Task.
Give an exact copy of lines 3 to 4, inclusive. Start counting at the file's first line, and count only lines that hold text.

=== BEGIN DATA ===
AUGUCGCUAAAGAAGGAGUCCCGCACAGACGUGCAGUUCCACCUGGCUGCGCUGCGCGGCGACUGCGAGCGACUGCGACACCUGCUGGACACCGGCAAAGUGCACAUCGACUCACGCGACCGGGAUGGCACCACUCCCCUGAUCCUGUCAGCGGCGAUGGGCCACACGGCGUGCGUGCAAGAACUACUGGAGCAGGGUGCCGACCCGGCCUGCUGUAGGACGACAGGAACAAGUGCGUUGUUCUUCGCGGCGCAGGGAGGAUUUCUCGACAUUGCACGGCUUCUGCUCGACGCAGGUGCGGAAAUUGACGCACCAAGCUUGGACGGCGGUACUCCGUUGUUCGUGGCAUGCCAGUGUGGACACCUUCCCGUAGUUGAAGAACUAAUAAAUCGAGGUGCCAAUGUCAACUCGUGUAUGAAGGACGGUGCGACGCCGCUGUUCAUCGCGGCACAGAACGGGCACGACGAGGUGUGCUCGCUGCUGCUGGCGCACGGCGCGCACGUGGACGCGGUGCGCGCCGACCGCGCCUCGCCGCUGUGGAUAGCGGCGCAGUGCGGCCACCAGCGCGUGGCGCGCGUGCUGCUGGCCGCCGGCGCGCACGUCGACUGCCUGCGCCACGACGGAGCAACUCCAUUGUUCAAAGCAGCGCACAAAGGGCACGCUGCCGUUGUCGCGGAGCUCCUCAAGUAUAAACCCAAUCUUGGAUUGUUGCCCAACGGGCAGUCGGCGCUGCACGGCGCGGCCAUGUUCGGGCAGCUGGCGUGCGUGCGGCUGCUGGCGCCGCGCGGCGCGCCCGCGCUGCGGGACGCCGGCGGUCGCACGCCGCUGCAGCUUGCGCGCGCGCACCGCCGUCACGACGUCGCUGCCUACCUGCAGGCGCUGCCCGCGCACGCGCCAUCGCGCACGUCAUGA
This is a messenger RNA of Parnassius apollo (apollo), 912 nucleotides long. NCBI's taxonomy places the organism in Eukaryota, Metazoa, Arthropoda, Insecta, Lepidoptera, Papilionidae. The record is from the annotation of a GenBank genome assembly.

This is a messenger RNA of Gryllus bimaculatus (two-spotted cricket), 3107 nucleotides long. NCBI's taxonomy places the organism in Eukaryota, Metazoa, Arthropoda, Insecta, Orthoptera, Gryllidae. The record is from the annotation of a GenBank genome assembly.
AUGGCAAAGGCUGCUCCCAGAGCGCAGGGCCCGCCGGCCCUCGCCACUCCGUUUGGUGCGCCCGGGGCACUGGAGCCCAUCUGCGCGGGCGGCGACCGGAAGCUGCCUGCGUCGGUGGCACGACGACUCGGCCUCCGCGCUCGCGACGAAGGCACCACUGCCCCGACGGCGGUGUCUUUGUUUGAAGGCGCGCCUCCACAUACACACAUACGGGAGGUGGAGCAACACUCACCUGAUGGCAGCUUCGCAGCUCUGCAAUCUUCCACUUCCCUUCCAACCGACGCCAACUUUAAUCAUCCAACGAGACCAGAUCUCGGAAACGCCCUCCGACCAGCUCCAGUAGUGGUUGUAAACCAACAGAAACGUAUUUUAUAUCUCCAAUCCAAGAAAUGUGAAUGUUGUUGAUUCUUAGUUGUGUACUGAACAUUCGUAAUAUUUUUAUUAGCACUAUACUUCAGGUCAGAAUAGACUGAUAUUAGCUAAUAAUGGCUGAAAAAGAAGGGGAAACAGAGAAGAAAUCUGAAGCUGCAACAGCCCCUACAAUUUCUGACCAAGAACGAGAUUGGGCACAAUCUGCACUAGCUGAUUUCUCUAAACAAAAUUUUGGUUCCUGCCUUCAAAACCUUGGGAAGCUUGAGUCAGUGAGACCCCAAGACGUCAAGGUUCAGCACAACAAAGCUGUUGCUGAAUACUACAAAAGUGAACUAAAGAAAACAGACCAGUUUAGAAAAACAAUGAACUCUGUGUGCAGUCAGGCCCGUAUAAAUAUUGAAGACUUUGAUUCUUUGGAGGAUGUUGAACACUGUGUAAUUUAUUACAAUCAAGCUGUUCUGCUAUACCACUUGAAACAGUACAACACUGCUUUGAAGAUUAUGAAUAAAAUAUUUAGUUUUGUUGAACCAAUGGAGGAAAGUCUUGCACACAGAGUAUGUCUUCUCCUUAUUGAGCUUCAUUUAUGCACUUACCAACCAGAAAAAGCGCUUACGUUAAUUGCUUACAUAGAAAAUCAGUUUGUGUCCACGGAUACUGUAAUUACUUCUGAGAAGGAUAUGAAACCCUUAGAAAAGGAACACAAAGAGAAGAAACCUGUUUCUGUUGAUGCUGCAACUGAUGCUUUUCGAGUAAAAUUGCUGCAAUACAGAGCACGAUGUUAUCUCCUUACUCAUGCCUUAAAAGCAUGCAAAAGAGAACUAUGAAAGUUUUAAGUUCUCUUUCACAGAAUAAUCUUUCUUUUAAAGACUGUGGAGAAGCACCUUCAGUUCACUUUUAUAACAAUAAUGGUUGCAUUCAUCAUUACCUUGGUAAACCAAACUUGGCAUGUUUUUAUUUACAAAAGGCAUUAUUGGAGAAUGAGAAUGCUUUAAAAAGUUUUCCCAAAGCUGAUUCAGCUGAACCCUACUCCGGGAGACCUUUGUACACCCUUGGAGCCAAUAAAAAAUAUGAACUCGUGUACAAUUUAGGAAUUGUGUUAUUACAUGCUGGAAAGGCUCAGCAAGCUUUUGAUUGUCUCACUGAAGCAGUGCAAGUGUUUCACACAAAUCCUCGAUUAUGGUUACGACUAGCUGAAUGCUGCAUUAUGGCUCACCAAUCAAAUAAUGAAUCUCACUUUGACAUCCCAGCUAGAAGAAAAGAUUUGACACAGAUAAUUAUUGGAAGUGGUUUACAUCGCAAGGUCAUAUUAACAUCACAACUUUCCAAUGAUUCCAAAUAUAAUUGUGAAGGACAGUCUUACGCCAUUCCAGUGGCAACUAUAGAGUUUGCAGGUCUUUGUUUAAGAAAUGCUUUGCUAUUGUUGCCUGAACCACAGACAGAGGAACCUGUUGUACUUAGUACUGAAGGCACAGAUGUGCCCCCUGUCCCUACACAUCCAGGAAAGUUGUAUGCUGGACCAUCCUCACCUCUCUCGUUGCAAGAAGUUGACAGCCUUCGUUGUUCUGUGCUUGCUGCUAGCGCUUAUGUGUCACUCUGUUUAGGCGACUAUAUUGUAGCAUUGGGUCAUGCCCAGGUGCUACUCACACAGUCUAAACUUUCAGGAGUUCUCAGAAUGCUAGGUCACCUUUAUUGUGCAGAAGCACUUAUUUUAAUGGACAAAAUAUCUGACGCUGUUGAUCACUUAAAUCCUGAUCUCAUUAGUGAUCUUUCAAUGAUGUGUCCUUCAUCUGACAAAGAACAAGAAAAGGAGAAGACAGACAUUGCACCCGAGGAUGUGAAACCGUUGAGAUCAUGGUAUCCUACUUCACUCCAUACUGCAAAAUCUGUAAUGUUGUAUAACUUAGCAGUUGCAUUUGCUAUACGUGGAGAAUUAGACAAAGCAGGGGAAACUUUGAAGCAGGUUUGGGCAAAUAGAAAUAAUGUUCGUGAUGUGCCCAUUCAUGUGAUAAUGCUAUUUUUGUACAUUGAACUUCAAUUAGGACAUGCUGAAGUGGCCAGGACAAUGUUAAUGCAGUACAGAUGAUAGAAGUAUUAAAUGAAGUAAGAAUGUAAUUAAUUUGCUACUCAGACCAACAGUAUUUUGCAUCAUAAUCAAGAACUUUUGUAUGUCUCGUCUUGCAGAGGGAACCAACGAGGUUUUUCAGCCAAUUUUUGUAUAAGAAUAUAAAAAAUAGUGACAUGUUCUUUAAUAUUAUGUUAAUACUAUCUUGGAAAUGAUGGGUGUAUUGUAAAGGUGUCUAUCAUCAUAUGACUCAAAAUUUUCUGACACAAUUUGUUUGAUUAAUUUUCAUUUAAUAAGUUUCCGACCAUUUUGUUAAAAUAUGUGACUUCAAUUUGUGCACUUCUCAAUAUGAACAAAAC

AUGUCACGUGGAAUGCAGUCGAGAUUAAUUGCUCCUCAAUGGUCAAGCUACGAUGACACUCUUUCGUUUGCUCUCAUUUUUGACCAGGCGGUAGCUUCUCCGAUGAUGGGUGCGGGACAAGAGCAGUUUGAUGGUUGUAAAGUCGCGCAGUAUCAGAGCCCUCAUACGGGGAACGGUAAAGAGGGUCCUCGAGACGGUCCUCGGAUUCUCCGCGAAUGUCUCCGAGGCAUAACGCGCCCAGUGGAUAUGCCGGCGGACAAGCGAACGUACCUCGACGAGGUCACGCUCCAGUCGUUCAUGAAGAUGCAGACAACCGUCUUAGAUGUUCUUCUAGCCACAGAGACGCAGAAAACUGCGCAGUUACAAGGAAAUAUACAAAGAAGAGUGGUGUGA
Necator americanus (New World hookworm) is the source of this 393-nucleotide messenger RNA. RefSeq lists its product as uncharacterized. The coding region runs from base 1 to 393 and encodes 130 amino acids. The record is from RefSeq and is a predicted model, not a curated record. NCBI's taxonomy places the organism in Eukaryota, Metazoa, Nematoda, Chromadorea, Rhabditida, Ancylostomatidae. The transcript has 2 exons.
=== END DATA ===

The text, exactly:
This is a messenger RNA of Gryllus bimaculatus (two-spotted cricket), 3107 nucleotides long. NCBI's taxonomy places the organism in Eukaryota, Metazoa, Arthropoda, Insecta, Orthoptera, Gryllidae. The record is from the annotation of a GenBank genome assembly.
AUGGCAAAGGCUGCUCCCAGAGCGCAGGGCCCGCCGGCCCUCGCCACUCCGUUUGGUGCGCCCGGGGCACUGGAGCCCAUCUGCGCGGGCGGCGACCGGAAGCUGCCUGCGUCGGUGGCACGACGACUCGGCCUCCGCGCUCGCGACGAAGGCACCACUGCCCCGACGGCGGUGUCUUUGUUUGAAGGCGCGCCUCCACAUACACACAUACGGGAGGUGGAGCAACACUCACCUGAUGGCAGCUUCGCAGCUCUGCAAUCUUCCACUUCCCUUCCAACCGACGCCAACUUUAAUCAUCCAACGAGACCAGAUCUCGGAAACGCCCUCCGACCAGCUCCAGUAGUGGUUGUAAACCAACAGAAACGUAUUUUAUAUCUCCAAUCCAAGAAAUGUGAAUGUUGUUGAUUCUUAGUUGUGUACUGAACAUUCGUAAUAUUUUUAUUAGCACUAUACUUCAGGUCAGAAUAGACUGAUAUUAGCUAAUAAUGGCUGAAAAAGAAGGGGAAACAGAGAAGAAAUCUGAAGCUGCAACAGCCCCUACAAUUUCUGACCAAGAACGAGAUUGGGCACAAUCUGCACUAGCUGAUUUCUCUAAACAAAAUUUUGGUUCCUGCCUUCAAAACCUUGGGAAGCUUGAGUCAGUGAGACCCCAAGACGUCAAGGUUCAGCACAACAAAGCUGUUGCUGAAUACUACAAAAGUGAACUAAAGAAAACAGACCAGUUUAGAAAAACAAUGAACUCUGUGUGCAGUCAGGCCCGUAUAAAUAUUGAAGACUUUGAUUCUUUGGAGGAUGUUGAACACUGUGUAAUUUAUUACAAUCAAGCUGUUCUGCUAUACCACUUGAAACAGUACAACACUGCUUUGAAGAUUAUGAAUAAAAUAUUUAGUUUUGUUGAACCAAUGGAGGAAAGUCUUGCACACAGAGUAUGUCUUCUCCUUAUUGAGCUUCAUUUAUGCACUUACCAACCAGAAAAAGCGCUUACGUUAAUUGCUUACAUAGAAAAUCAGUUUGUGUCCACGGAUACUGUAAUUACUUCUGAGAAGGAUAUGAAACCCUUAGAAAAGGAACACAAAGAGAAGAAACCUGUUUCUGUUGAUGCUGCAACUGAUGCUUUUCGAGUAAAAUUGCUGCAAUACAGAGCACGAUGUUAUCUCCUUACUCAUGCCUUAAAAGCAUGCAAAAGAGAACUAUGAAAGUUUUAAGUUCUCUUUCACAGAAUAAUCUUUCUUUUAAAGACUGUGGAGAAGCACCUUCAGUUCACUUUUAUAACAAUAAUGGUUGCAUUCAUCAUUACCUUGGUAAACCAAACUUGGCAUGUUUUUAUUUACAAAAGGCAUUAUUGGAGAAUGAGAAUGCUUUAAAAAGUUUUCCCAAAGCUGAUUCAGCUGAACCCUACUCCGGGAGACCUUUGUACACCCUUGGAGCCAAUAAAAAAUAUGAACUCGUGUACAAUUUAGGAAUUGUGUUAUUACAUGCUGGAAAGGCUCAGCAAGCUUUUGAUUGUCUCACUGAAGCAGUGCAAGUGUUUCACACAAAUCCUCGAUUAUGGUUACGACUAGCUGAAUGCUGCAUUAUGGCUCACCAAUCAAAUAAUGAAUCUCACUUUGACAUCCCAGCUAGAAGAAAAGAUUUGACACAGAUAAUUAUUGGAAGUGGUUUACAUCGCAAGGUCAUAUUAACAUCACAACUUUCCAAUGAUUCCAAAUAUAAUUGUGAAGGACAGUCUUACGCCAUUCCAGUGGCAACUAUAGAGUUUGCAGGUCUUUGUUUAAGAAAUGCUUUGCUAUUGUUGCCUGAACCACAGACAGAGGAACCUGUUGUACUUAGUACUGAAGGCACAGAUGUGCCCCCUGUCCCUACACAUCCAGGAAAGUUGUAUGCUGGACCAUCCUCACCUCUCUCGUUGCAAGAAGUUGACAGCCUUCGUUGUUCUGUGCUUGCUGCUAGCGCUUAUGUGUCACUCUGUUUAGGCGACUAUAUUGUAGCAUUGGGUCAUGCCCAGGUGCUACUCACACAGUCUAAACUUUCAGGAGUUCUCAGAAUGCUAGGUCACCUUUAUUGUGCAGAAGCACUUAUUUUAAUGGACAAAAUAUCUGACGCUGUUGAUCACUUAAAUCCUGAUCUCAUUAGUGAUCUUUCAAUGAUGUGUCCUUCAUCUGACAAAGAACAAGAAAAGGAGAAGACAGACAUUGCACCCGAGGAUGUGAAACCGUUGAGAUCAUGGUAUCCUACUUCACUCCAUACUGCAAAAUCUGUAAUGUUGUAUAACUUAGCAGUUGCAUUUGCUAUACGUGGAGAAUUAGACAAAGCAGGGGAAACUUUGAAGCAGGUUUGGGCAAAUAGAAAUAAUGUUCGUGAUGUGCCCAUUCAUGUGAUAAUGCUAUUUUUGUACAUUGAACUUCAAUUAGGACAUGCUGAAGUGGCCAGGACAAUGUUAAUGCAGUACAGAUGAUAGAAGUAUUAAAUGAAGUAAGAAUGUAAUUAAUUUGCUACUCAGACCAACAGUAUUUUGCAUCAUAAUCAAGAACUUUUGUAUGUCUCGUCUUGCAGAGGGAACCAACGAGGUUUUUCAGCCAAUUUUUGUAUAAGAAUAUAAAAAAUAGUGACAUGUUCUUUAAUAUUAUGUUAAUACUAUCUUGGAAAUGAUGGGUGUAUUGUAAAGGUGUCUAUCAUCAUAUGACUCAAAAUUUUCUGACACAAUUUGUUUGAUUAAUUUUCAUUUAAUAAGUUUCCGACCAUUUUGUUAAAAUAUGUGACUUCAAUUUGUGCACUUCUCAAUAUGAACAAAAC